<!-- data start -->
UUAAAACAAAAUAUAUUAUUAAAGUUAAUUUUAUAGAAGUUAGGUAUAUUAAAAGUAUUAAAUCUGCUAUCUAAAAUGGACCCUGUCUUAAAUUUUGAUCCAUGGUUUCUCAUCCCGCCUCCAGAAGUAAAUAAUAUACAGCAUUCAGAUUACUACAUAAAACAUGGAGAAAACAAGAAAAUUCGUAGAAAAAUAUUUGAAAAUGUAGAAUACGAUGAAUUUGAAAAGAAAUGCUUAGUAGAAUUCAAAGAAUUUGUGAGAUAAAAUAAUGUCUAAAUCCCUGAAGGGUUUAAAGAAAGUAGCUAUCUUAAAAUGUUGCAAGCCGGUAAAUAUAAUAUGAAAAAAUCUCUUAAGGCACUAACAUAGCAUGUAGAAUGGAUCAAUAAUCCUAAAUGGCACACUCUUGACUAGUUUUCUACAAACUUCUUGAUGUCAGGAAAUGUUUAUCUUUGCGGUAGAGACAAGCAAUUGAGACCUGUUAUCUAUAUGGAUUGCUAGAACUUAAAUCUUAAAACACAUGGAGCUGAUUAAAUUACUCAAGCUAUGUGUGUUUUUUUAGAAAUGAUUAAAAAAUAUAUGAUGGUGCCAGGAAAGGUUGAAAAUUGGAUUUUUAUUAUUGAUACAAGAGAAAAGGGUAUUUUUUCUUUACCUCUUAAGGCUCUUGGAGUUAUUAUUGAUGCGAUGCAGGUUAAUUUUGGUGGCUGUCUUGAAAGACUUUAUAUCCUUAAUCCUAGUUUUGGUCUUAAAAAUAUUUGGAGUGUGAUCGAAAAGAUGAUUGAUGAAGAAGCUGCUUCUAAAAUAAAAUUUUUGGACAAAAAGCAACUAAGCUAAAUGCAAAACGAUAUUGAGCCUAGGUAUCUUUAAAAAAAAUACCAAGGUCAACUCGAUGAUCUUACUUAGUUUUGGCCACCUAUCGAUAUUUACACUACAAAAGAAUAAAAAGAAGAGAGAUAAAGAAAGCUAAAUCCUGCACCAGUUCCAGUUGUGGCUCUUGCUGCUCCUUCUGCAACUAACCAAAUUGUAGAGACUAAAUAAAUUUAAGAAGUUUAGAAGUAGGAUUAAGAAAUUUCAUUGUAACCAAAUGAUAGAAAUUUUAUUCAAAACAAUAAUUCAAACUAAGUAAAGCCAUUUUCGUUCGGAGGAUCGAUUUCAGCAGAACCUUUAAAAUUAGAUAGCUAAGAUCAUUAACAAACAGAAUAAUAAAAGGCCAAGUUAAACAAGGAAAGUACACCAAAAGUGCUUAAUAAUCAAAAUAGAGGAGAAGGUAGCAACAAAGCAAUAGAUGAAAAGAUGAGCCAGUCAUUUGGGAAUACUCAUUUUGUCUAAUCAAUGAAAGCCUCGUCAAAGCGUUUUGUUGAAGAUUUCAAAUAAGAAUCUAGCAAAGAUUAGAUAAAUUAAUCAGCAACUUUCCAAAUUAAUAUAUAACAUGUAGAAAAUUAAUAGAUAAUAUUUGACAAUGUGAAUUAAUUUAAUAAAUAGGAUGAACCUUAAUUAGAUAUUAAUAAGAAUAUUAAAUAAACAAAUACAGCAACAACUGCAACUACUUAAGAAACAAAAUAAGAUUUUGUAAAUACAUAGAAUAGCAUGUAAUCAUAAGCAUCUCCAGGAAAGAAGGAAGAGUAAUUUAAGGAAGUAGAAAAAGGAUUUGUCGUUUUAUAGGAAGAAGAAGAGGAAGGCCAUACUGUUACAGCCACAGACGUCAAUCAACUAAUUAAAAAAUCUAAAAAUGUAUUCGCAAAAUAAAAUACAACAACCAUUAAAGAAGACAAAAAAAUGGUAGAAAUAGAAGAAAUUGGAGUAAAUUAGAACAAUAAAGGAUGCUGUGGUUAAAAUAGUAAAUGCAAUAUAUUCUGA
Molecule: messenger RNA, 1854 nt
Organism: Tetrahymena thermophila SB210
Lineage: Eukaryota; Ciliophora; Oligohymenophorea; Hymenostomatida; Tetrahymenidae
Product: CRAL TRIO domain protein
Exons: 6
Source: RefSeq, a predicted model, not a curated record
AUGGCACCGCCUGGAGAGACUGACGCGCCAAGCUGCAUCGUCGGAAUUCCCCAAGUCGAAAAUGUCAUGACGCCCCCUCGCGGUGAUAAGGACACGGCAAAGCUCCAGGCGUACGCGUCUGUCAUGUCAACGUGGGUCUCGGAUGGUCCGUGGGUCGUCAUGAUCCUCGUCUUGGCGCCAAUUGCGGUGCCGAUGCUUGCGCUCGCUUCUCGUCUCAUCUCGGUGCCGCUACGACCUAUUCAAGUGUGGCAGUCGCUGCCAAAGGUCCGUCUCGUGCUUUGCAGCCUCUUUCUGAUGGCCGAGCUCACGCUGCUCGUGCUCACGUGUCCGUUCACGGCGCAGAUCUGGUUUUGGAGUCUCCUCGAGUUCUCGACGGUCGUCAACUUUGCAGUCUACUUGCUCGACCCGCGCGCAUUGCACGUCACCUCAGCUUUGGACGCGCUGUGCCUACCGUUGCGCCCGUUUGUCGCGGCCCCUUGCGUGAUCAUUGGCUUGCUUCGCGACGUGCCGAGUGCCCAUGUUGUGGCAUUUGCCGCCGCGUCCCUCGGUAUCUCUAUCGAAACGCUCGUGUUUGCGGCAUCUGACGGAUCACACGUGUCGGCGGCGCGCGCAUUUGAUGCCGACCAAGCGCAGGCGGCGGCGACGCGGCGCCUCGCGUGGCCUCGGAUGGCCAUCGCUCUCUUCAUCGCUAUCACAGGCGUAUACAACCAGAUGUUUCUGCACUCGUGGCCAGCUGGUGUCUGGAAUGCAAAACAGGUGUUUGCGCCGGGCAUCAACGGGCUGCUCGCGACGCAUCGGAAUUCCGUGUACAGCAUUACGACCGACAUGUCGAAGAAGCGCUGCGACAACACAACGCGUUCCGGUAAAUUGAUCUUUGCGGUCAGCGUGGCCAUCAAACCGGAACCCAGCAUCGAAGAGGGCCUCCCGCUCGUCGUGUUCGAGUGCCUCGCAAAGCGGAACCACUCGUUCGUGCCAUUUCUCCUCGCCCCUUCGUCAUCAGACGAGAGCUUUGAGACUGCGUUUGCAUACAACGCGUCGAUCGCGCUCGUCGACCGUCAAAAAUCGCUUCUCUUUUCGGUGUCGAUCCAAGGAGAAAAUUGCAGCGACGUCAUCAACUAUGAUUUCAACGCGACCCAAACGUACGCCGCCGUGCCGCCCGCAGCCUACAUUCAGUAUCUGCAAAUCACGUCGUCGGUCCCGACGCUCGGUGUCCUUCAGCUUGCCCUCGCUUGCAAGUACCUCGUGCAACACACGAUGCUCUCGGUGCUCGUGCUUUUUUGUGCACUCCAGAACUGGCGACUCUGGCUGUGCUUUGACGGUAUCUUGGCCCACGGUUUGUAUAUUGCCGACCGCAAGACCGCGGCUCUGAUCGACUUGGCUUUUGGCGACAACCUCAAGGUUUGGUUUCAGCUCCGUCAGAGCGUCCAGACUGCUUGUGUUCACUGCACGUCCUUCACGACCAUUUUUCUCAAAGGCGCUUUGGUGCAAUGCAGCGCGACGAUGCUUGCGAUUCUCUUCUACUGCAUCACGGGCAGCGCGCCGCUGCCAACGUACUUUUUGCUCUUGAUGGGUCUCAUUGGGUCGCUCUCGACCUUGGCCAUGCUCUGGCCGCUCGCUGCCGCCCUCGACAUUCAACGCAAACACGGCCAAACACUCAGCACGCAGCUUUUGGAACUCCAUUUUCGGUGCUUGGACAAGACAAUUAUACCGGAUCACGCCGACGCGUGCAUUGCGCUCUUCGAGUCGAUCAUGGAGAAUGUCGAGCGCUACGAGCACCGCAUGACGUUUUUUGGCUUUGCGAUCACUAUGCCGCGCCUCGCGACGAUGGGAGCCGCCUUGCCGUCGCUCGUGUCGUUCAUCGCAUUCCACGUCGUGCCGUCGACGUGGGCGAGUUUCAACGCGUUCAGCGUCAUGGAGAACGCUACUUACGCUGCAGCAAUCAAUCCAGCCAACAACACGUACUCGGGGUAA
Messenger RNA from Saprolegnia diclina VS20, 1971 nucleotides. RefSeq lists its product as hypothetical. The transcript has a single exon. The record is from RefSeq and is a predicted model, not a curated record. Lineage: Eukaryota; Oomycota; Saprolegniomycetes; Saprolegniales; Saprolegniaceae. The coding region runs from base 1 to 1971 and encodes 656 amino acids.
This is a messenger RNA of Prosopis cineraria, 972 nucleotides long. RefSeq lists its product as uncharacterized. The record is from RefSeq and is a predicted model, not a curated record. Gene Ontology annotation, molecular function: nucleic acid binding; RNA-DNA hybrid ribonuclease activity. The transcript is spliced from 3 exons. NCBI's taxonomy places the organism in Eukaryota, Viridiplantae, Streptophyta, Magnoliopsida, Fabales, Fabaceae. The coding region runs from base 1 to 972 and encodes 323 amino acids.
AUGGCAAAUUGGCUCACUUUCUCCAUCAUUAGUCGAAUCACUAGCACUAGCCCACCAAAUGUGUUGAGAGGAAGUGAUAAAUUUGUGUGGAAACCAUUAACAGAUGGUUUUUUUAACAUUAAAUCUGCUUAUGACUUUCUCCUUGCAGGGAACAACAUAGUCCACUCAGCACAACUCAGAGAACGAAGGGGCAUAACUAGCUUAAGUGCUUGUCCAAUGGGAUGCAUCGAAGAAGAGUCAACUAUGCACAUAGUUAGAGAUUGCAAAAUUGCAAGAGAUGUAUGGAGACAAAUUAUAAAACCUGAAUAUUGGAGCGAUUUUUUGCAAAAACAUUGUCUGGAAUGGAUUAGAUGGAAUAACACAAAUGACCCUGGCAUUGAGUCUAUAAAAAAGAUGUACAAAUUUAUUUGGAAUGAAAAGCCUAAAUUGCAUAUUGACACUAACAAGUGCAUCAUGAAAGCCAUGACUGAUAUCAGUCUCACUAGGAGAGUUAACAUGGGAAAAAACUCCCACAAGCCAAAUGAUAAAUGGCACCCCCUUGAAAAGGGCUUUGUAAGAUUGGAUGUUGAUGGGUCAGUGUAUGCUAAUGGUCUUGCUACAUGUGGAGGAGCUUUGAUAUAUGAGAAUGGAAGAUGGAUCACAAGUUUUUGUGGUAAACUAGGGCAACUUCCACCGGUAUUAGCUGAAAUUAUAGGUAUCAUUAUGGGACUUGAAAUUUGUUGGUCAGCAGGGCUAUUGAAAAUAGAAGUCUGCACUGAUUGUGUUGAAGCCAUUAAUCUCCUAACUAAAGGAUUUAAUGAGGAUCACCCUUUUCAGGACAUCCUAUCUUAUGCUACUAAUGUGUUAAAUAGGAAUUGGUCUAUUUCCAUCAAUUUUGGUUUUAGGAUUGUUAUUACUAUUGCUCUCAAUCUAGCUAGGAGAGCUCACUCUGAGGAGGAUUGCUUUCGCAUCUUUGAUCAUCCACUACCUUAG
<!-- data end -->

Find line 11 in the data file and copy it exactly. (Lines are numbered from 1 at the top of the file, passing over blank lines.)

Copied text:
AUGGCAAAUUGGCUCACUUUCUCCAUCAUUAGUCGAAUCACUAGCACUAGCCCACCAAAUGUGUUGAGAGGAAGUGAUAAAUUUGUGUGGAAACCAUUAACAGAUGGUUUUUUUAACAUUAAAUCUGCUUAUGACUUUCUCCUUGCAGGGAACAACAUAGUCCACUCAGCACAACUCAGAGAACGAAGGGGCAUAACUAGCUUAAGUGCUUGUCCAAUGGGAUGCAUCGAAGAAGAGUCAACUAUGCACAUAGUUAGAGAUUGCAAAAUUGCAAGAGAUGUAUGGAGACAAAUUAUAAAACCUGAAUAUUGGAGCGAUUUUUUGCAAAAACAUUGUCUGGAAUGGAUUAGAUGGAAUAACACAAAUGACCCUGGCAUUGAGUCUAUAAAAAAGAUGUACAAAUUUAUUUGGAAUGAAAAGCCUAAAUUGCAUAUUGACACUAACAAGUGCAUCAUGAAAGCCAUGACUGAUAUCAGUCUCACUAGGAGAGUUAACAUGGGAAAAAACUCCCACAAGCCAAAUGAUAAAUGGCACCCCCUUGAAAAGGGCUUUGUAAGAUUGGAUGUUGAUGGGUCAGUGUAUGCUAAUGGUCUUGCUACAUGUGGAGGAGCUUUGAUAUAUGAGAAUGGAAGAUGGAUCACAAGUUUUUGUGGUAAACUAGGGCAACUUCCACCGGUAUUAGCUGAAAUUAUAGGUAUCAUUAUGGGACUUGAAAUUUGUUGGUCAGCAGGGCUAUUGAAAAUAGAAGUCUGCACUGAUUGUGUUGAAGCCAUUAAUCUCCUAACUAAAGGAUUUAAUGAGGAUCACCCUUUUCAGGACAUCCUAUCUUAUGCUACUAAUGUGUUAAAUAGGAAUUGGUCUAUUUCCAUCAAUUUUGGUUUUAGGAUUGUUAUUACUAUUGCUCUCAAUCUAGCUAGGAGAGCUCACUCUGAGGAGGAUUGCUUUCGCAUCUUUGAUCAUCCACUACCUUAG